Geothermal energy, and especially the use of low enthalpy resources, has a rising importance; ground-coupled heat pump (GCHP) systems have been used increasingly because they are among the cleanest and most energy efficient heating and cooling systems for buildings. Simulation models can be applied for a more effective use of the subsoil for geothermal purposes. In fact they are useful tools for the design of efficient systems which consider also the need to avoid abnormal temperature distributions in soil and aquifers. In the hydrogeology field the Modflow/MT3DMS codes are the most widely used programs to face environmental problems and forecast quantity and quality impacts on groundwater resources. Although Modflow/MT3DMS are used to represent open circuit heat pumps, they had never been used to represent borehole heat exchangers (BHE). Aim of this study is to simulate a Thermal Response Test (TRT) through Modflow/MT3MS codes implementing into the model all the components of a Ground Heat Exchanger system: from the U-shaped BHE to the grout material surrounding it. For GCHP systems, the TRT is commonly used to determine the heat transport parameters of the subsurface as thermal conductivity and thermal diffusivity. It also allows to determine the BHE thermal resistance which mainly depends on the geometry of the dug area and on the thermal properties of the surrounding grout material. Starting from a model implemented in a previous work (Angelotti et. al., 2014) Modflow has been used for the simulation of a TRT. Two cases have been analysed and compared: in the first the cells around the BHE are assigned the aquifer parameters while in the second they have been assigned the characteristics of the grout material (hydraulically impermeable but highly conductive from the thermal point of view). A 10-6 m/s groundwater Darcy velocity case is analysed applying a 40 W/m specific heat rate to the fluid circulating into the BHE. Considering the temperature distribution in the ground, the differences between the two simulated cases (with/without-grout) result essentially negligible presenting a maximum value equal to 0.07 °C in the proximity of the BHE (around 20 cm from the centre of the U-pipes). A slightly more relevant difference (0.55°C) in simulated temperature is registered very close to the BHE, into the area occupied by the grout (only 6 cm from the centre of the U-pipes). This is due to the absence of the advective term in the zone where the grout is present and the heat transfer is linked just to conduction term. By the way there are almost no differences in the temperature of the heat-carrier fluid in the two cases (0.02 °C). These results lead to conclude that, simulating a TRT, the effect of the grout is negligible, therefore is advantageous to avoid modeling its geometry and thermal/physical parameters so as to save time and energies in the model implementation phase.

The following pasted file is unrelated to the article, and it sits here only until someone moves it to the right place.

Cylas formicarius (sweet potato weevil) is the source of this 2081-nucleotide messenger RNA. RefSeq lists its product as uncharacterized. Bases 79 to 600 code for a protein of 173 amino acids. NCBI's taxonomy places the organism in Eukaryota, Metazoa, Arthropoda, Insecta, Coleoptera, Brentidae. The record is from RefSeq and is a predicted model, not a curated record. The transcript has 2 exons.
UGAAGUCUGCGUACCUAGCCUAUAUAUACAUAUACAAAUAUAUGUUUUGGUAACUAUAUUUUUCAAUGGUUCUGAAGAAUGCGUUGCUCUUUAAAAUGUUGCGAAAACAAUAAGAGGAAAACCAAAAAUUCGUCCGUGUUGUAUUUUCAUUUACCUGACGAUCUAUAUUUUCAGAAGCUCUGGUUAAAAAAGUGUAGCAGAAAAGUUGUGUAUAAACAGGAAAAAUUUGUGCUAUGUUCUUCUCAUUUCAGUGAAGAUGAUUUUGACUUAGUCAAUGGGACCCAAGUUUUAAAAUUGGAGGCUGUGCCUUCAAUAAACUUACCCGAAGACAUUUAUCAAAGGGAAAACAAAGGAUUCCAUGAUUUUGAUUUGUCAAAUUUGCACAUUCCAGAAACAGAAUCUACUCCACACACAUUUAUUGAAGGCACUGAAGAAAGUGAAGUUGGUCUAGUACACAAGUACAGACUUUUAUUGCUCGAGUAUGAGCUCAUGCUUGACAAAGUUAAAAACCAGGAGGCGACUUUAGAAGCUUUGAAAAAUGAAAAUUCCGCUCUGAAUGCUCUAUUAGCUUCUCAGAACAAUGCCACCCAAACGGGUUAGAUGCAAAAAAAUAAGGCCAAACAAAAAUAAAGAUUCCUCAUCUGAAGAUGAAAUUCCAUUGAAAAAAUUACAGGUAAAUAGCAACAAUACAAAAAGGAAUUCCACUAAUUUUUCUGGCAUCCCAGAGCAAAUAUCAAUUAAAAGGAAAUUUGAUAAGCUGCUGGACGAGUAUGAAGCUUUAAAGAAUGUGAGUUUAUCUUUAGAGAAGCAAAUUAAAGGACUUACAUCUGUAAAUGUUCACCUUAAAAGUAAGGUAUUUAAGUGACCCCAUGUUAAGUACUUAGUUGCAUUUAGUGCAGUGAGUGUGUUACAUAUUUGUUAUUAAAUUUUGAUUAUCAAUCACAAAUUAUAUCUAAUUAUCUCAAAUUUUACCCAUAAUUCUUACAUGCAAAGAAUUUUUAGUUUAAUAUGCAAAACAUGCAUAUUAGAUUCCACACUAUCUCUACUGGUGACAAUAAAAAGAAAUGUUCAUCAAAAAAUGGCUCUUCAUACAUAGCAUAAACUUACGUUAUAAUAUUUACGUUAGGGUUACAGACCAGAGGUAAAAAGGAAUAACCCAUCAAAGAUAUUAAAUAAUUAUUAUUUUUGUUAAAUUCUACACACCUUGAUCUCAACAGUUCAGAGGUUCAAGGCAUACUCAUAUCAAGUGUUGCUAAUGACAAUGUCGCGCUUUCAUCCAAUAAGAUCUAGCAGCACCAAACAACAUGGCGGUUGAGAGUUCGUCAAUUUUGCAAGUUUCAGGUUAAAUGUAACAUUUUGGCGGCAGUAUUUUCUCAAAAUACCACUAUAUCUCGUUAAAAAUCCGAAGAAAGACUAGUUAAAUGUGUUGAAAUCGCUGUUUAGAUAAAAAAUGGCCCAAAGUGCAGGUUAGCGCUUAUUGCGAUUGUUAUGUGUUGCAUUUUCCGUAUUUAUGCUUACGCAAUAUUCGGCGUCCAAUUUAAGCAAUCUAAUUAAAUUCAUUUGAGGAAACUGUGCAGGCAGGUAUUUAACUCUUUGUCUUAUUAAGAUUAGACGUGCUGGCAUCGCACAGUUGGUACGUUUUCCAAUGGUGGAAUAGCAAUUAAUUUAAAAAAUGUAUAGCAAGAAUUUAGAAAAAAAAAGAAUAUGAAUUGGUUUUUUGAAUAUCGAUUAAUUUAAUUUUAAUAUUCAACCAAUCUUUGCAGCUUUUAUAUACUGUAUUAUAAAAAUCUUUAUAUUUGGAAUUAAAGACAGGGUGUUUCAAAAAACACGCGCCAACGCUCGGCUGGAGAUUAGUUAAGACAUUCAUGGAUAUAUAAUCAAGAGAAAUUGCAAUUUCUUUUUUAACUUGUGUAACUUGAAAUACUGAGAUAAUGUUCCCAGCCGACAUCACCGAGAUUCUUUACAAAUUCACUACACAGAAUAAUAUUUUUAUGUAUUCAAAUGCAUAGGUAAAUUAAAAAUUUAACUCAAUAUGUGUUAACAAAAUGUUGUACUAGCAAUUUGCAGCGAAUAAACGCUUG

Borehole Heat Exchanger simulations in aquifer: the borehole grout influence in thermal response test modeling

ALBERTI, LUCA;ANGELOTTI, ADRIANA;ANTELMI, MATTEO;LA LICATA, IVANA
2014

Abstract